The name ‘Mandalay’ tends to invoke something of a romantic nostalgia, as if there is some kind of magic to the city. This must come from its colonial days and of course the poem ‘Mandalay’ by Rudyard Kipling.
I stayed at Dreamland Guesthouse whilst in Mandalay. It’s a nice hostel, and also an art studio so the walls are covered in artwork! It also acts as a music studio and you could occasionally hear/see kids laying instruments on the ground floor. There was also a motorbike driver who served the hostel guests for good rates, much-needed as you pretty much have to rely on them to get around the city, it’s too hot to walk much and the points of interest are far apart anyhow! So for the purpose of this post, essentially to get to the attractions I got a ride from this guy and to get back to the hostel I hired whoever was available!
A quick note – Unfortunately Mandalay where was I started to get really sick with stomach problems, which plagued me for a couple of weeks after which I then developed the illness which resulted in me having to stop traveling and head home to recover. I’m still sick as I write this so it’s been a hard few months but anyhow I love traveling so I wanted to document everything I got up to and I have many plans to travel again in future.
Anyhow, this is what I got up to in the 5 days I had there when I wasn’t in bed sick!
The Mahamuni Paya is one of the most holy of Buddhist sites, and a major pilgrimage site. Legend has it that only five likenesses of the Buddha were made during his lifetime and the statue here is one of them. There were many people at the Pagoda site to see the Mahamuni Buddha image, though only men are allowed to approach it and pour gold leaves over it, as many were doing. There is a ritual where at 4am everyday the face is scrubbed clean though alas I didn’t make it for that time!
I walked around the whole site and discovered these bronze statues that were of interest, they were Khmer in origin, apparently from Angkor Wat originally and taken by various victorious armies from each others capitals as war loot before finally ending up in Mandalay. They are around 800 years old and people were rubbing against them for apparent good luck/health.
Kuthodaw pagoda and Mandalay Hill
I went to visit some of the Pagoda’s at the foot of Mandalay Hill before climbing it for sunset.
Of particular note Kuthodaw pagoda is the site of the world ‘largest book’. It is essentially 729 stone tablets set in rows of Stupas, around the golden central golden pagoda. The writing’s are of Theravāda Buddhism’s Pāli Canon.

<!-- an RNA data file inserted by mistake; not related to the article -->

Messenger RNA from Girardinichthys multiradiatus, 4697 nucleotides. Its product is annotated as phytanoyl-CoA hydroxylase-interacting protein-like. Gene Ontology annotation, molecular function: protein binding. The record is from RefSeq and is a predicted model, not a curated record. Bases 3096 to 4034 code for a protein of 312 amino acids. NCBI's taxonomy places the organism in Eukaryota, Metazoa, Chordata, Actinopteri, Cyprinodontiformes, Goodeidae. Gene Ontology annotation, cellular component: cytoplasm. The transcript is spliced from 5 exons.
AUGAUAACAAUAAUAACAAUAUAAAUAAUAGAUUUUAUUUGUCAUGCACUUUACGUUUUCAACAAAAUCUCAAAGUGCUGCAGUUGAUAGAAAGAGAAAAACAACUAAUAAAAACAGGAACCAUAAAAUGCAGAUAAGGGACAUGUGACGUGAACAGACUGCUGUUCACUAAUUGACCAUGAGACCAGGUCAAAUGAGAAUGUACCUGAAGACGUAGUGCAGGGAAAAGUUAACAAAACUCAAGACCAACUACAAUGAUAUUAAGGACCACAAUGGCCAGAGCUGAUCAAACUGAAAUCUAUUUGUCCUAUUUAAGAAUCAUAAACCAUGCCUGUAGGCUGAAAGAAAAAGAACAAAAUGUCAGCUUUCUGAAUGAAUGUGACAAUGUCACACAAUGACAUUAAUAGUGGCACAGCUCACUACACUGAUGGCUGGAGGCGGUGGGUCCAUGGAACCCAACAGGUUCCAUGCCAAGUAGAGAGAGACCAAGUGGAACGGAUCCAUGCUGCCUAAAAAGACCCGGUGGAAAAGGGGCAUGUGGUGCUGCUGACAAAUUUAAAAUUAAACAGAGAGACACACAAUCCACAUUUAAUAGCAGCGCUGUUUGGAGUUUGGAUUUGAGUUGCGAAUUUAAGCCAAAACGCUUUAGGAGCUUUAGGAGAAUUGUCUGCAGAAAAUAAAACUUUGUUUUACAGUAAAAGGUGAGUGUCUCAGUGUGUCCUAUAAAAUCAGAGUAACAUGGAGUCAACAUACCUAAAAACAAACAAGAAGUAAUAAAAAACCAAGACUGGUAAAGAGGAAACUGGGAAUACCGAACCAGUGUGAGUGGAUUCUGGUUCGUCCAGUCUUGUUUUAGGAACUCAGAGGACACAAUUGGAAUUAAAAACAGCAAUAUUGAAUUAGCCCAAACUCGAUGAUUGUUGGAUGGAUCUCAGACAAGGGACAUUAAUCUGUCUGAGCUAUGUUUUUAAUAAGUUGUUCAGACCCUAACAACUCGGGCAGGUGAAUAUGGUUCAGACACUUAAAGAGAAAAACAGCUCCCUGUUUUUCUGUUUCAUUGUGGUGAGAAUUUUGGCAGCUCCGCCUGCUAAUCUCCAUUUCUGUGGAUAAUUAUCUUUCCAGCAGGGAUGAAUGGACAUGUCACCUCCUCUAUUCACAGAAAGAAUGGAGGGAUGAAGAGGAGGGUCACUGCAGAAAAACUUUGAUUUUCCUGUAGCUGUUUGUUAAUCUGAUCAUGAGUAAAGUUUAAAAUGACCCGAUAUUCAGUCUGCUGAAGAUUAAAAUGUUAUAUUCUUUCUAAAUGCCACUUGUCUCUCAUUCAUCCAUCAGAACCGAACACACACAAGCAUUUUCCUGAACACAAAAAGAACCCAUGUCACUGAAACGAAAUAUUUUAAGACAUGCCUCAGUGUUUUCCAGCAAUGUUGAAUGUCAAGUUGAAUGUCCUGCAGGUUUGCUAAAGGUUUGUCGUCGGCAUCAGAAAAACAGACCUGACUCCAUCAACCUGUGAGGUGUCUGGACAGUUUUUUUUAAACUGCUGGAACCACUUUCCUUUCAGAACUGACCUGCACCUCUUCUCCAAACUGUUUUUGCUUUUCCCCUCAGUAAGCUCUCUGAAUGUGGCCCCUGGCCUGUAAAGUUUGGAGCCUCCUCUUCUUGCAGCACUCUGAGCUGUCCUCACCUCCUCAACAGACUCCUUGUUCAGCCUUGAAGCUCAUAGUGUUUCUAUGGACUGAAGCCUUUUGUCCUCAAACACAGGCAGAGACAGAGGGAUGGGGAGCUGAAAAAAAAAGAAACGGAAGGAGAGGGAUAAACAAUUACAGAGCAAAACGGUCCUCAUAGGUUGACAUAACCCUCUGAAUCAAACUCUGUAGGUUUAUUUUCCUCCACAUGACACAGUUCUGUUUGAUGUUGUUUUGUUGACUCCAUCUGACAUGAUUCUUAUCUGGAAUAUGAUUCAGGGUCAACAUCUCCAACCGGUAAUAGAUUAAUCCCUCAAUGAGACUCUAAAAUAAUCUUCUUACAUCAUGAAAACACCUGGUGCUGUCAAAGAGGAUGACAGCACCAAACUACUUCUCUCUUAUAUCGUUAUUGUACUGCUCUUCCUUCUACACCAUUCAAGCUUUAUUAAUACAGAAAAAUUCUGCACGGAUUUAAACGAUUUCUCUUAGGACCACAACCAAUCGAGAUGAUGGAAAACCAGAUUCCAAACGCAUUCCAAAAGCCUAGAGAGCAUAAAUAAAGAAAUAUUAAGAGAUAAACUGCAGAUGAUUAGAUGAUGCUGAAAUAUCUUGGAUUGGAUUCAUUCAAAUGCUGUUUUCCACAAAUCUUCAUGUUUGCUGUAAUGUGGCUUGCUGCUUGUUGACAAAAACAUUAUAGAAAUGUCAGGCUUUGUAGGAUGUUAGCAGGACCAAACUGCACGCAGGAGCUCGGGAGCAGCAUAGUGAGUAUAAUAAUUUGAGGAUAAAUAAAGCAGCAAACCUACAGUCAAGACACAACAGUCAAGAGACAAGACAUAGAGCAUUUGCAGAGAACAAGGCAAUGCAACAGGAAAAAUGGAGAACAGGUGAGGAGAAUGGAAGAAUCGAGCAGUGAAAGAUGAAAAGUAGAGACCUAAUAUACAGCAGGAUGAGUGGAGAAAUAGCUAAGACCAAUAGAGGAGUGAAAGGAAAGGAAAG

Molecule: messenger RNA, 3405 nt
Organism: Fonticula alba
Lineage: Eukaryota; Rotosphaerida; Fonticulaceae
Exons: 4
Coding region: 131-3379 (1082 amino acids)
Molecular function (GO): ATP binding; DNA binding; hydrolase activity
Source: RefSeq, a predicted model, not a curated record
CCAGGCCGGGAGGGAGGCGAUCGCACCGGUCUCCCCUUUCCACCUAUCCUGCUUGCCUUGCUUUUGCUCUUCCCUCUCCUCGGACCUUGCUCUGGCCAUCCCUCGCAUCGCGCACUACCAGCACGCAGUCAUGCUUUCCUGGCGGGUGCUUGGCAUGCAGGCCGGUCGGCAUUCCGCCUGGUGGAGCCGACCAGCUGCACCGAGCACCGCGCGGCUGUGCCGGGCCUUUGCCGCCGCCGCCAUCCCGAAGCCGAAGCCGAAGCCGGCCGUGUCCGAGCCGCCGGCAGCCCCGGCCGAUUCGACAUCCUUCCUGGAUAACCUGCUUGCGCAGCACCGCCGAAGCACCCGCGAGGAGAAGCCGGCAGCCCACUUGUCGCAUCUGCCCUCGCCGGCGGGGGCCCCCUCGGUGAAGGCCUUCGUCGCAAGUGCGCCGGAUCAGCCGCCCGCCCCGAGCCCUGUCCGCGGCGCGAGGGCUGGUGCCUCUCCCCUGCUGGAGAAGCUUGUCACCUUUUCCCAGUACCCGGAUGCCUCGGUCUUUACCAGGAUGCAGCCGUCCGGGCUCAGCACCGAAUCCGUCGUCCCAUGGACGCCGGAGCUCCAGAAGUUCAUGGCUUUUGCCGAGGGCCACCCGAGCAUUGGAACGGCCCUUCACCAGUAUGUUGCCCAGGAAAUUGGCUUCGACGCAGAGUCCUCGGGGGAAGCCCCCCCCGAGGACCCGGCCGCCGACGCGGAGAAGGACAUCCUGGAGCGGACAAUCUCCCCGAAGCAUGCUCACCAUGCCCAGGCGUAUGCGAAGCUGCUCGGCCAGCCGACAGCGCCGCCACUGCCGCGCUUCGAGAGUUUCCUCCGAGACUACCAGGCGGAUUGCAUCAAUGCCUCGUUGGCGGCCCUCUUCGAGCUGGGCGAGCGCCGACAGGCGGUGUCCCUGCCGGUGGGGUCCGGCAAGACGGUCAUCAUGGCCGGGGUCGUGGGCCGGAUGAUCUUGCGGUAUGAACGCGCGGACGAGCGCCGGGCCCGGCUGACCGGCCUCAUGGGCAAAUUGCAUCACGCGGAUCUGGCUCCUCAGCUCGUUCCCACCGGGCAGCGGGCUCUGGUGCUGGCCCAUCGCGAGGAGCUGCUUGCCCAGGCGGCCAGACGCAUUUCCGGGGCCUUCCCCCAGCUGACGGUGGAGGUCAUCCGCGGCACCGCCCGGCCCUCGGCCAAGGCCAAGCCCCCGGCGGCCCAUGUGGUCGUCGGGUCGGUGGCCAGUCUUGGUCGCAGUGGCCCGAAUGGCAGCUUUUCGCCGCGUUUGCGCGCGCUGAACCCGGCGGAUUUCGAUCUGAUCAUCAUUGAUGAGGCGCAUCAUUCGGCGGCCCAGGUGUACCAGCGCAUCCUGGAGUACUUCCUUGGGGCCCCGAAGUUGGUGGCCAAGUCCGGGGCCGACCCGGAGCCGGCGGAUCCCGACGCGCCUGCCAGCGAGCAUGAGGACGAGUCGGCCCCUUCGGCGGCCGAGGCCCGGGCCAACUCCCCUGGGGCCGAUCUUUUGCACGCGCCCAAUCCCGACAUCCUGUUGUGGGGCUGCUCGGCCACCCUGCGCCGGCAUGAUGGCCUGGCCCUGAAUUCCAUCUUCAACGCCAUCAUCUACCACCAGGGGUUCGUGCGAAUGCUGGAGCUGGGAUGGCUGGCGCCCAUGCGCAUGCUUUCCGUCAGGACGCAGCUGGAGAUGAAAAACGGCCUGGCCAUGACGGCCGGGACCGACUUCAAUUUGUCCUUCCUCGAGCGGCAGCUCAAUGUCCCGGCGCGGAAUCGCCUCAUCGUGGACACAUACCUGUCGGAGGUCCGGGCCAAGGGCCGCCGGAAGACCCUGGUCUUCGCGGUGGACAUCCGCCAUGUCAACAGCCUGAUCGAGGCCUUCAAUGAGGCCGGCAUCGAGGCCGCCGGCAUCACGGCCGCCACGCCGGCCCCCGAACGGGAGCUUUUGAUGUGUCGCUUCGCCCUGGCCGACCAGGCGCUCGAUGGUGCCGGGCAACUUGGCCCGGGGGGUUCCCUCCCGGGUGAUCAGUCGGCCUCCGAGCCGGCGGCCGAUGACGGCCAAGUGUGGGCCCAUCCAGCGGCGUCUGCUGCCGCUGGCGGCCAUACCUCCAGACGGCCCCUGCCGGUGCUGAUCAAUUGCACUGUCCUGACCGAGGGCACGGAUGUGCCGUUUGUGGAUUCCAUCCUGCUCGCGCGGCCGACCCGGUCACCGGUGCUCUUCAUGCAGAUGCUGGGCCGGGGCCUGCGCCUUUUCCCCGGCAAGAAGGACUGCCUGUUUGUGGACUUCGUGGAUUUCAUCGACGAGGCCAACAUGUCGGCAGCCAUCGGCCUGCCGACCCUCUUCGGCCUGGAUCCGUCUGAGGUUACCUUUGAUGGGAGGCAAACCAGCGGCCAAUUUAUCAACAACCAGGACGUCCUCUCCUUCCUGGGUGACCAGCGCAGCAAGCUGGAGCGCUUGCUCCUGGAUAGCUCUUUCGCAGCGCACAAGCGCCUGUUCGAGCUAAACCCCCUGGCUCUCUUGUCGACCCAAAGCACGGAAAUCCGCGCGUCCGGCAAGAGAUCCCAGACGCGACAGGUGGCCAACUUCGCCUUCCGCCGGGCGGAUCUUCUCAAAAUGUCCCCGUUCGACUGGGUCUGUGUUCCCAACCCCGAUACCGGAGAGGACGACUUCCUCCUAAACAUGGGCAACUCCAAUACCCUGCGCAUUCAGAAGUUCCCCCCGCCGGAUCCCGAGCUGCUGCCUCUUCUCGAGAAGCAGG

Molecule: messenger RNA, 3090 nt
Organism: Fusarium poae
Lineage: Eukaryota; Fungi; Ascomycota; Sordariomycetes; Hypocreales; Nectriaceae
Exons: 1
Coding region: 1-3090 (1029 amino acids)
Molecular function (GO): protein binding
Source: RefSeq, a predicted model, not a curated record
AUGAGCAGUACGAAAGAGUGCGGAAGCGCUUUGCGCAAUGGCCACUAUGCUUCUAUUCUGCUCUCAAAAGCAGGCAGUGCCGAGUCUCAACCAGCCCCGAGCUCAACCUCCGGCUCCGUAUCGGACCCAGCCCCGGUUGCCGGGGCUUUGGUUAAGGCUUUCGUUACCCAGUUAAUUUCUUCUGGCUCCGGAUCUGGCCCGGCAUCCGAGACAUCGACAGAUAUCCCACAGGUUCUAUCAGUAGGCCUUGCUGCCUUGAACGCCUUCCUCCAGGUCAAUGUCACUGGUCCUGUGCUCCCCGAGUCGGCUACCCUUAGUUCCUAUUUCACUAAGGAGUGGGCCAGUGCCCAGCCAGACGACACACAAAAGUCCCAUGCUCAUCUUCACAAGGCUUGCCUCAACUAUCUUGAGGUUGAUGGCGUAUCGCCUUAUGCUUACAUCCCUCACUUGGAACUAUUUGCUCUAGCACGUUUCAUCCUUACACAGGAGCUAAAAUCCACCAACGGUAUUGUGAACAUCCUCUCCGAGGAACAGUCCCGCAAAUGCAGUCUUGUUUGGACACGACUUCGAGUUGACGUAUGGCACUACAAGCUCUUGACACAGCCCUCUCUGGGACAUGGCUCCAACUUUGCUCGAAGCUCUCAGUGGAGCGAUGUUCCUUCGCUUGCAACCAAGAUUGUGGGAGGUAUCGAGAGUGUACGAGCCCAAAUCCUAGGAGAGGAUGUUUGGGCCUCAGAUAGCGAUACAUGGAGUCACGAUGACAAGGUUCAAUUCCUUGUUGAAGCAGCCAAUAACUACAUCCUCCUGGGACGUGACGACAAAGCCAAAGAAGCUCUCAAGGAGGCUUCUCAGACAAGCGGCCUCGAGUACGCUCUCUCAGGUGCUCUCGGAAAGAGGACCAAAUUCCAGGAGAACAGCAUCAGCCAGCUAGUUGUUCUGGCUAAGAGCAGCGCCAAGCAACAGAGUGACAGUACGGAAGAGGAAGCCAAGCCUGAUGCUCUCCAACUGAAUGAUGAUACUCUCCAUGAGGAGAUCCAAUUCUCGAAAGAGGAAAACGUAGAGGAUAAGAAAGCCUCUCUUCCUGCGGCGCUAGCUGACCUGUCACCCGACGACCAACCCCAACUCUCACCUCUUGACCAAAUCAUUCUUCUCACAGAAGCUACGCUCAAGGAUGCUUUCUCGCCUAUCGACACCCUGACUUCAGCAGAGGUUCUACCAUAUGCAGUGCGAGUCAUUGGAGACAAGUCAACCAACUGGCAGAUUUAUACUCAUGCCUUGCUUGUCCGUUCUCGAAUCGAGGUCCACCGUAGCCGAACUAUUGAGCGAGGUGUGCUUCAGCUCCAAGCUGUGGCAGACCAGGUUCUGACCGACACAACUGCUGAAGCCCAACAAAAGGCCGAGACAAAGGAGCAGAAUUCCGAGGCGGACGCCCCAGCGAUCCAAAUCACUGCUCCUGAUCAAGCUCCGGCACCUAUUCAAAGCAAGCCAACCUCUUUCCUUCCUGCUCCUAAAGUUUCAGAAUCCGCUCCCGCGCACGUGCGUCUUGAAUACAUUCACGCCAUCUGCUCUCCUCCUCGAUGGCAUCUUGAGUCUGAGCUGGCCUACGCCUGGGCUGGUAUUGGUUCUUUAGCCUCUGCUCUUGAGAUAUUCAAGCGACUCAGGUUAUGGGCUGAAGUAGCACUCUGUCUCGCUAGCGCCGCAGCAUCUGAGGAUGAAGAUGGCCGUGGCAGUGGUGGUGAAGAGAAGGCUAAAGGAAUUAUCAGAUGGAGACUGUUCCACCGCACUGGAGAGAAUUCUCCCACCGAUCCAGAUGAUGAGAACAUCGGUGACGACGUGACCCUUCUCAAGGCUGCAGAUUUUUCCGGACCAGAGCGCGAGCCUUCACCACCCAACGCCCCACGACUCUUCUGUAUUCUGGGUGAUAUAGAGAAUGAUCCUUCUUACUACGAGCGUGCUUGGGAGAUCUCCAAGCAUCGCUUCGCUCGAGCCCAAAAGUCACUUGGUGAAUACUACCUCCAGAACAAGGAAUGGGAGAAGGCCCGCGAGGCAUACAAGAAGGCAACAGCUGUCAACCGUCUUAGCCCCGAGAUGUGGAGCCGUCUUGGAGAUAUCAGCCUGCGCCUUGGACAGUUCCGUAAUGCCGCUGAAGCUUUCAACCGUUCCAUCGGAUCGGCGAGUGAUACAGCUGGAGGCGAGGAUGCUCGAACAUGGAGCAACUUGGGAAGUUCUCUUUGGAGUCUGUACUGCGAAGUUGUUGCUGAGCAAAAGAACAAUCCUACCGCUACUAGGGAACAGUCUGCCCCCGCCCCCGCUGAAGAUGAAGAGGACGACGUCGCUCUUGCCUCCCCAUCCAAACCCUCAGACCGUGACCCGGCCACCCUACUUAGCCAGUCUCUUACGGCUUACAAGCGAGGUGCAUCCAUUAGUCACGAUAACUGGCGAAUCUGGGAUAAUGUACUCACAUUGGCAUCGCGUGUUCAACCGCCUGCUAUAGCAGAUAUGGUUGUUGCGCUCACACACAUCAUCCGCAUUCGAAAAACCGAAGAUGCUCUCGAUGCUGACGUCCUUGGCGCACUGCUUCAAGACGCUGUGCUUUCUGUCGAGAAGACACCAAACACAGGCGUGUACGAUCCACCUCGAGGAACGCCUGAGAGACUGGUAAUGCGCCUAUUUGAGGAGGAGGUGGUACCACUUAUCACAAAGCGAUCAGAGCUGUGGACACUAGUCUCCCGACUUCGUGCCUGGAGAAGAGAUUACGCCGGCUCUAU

After exploring the other 2 Pagoda’s nearby I met a Scottish guy and we climbed up the hill together, following the route up foot rather than using an escalator. At the top you get good views over the city and we were in time for sunset. There was also plenty of Burmese people up there who wanted to speak to foreigners to practice their English. We spent some time chatting to various people including the 3 guys in the picture with me below.
The Shwenandaw Monastery is built from teak wood and was originally part o the Royal Palace before being moved to its current location in the 19th century. As it survived the bombing during World War 2 it is the only authentic part of the Royal Palace left today.
There are lots of awesome intricate carvings in the monastery.
Whilst there I was also mobbed by a couple of Burmese families who wanted photographs with me!
Unfortunately the Royal Palace was severely damaged by bombing in World War 2, so it had to be rebuilt. It is a walled city within Mandalay with a moat around the outside.
In truth I found that it’s more impressive from outside than it is from within. You have a long walk once you enter through the East gate to get to the palace itself. I used one of the building’s in the site as the photo at the top of this blog entry so you can see what the building’s are like. There’s various replica statues and so forth but I didn’t find it that interesting.
U Bein Bridge
The 1.2 Kilometer long U Bein Bridge was constructed around 1850 and is the oldest and longest teakwood bridge in the world. Many people head here for sunset and there’s a few vendors doted around on the bridge itself. Many of the pillars are damaged and some aren’t even attached to the bridge anymore, which makes for interesting observations whilst crossing it!
Just to note as well what I listed above I also managed to catch up with one of the girls i’d met in Bagan and then done the Kalaw/Inle/Loikaw stuff with that I’ve talked about in previous posts. We got a beer down by the river which was interesting place, spotted a couple of big cruise ships and saw some of the many people down by the riverside. I also went to a couple other pagoda’s around and saw some of the tradespeople at work in workshops dotted around near some of the sites.